Benefits and Compensation

Human Resources–STILL Not a Strategic Partner?

Meanwhile, at the same conference, consultant Hunter Lott says he often hears, “HR, the people that keep me from doing what I want to do.”

Where Is HR Really?

Mundy, Vice President, Human Resources and Communications for the Climate Solutions sector of Ingersoll Rand, asserts that one of the problems is that HR managers lack concrete guidance about how to partner with C-suite managers. He suggests an easy way for HR managers to step forward:

Ask this question of every action you take in HR, says Mundy—Does this action cause friction in the business or does it create flow?

Mundy’s approach seems like a good place to start. It’s a lot clearer than, for example, trying to figure out how to “align human talent resources with corporate strategic philosophy.”

Mundy thinks that HR managers often put too much emphasis on spending a equal amount of time and attention on everyone. That doesn’t go very far in eliminating friction. Mundy encourages HR managers to “identify the critical points of the business where the strategy succeeds or fails, and provide relevant talent solutions.”


Compensation.BLR.com, now thoroughly revamped with easier navigation and more complete compensation information, will tell you what’s being paid right in your state—or even metropolitan area—for hundreds of jobs. Try it at no cost and get a complimentary special report. Read more.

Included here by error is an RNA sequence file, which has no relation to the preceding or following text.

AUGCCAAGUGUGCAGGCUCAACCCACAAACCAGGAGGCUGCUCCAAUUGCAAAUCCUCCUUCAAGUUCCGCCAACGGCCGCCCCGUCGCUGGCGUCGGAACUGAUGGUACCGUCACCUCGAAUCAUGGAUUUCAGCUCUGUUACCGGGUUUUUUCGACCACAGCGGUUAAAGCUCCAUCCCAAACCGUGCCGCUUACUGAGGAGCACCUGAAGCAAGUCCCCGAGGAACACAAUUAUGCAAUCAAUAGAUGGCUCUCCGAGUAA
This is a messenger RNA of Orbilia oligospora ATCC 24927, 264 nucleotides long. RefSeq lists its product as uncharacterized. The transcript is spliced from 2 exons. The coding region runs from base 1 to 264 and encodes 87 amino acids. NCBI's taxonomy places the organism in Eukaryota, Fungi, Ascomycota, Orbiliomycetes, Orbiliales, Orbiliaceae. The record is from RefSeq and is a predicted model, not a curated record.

Why Is It Hard for HR Managers to Maintain a Business Perspective?

Mundy thinks it’s hard for HR managers to maintain a business perspective because they think they are near the pinnacle of the organization. They think that because they can demand information, reports, and documents, and numbers from everyone else in the organization.

That’s backwards, Mundy says. In fact, HR is “far removed from the points and people that make a difference with customers and a difference to the business.” Sobering, but maybe that’s where a lot of departments are.

‘You ARE the Table’

Meanwhile, there’s Jim Collins saying “You ARE the table. He suggests that “getting the right people on the bus” is management’s most important job. HR can certainly help with that.

Collins’s keys for finding the right people:

  1. Share core values with the organization and its leaders
  2. Do not need to be tightly managed
  3. Understand that they don’t have a job, but a responsibility
  4. Do what they say they will do–always
  5. Possess window and mirror maturity (take responsibility when things go badly, point out others when things go well)
  6. Corporate objectives align with personal ones

Where are you on the strategic continuum?

___ I’m the table
___ I’m at the table
___ I’d like to be at the table
___ I’m far removed from the points and people who make a difference

We’d love to know where you sit.

Make a comment below or email me at sbruce@blr.com. Thanks!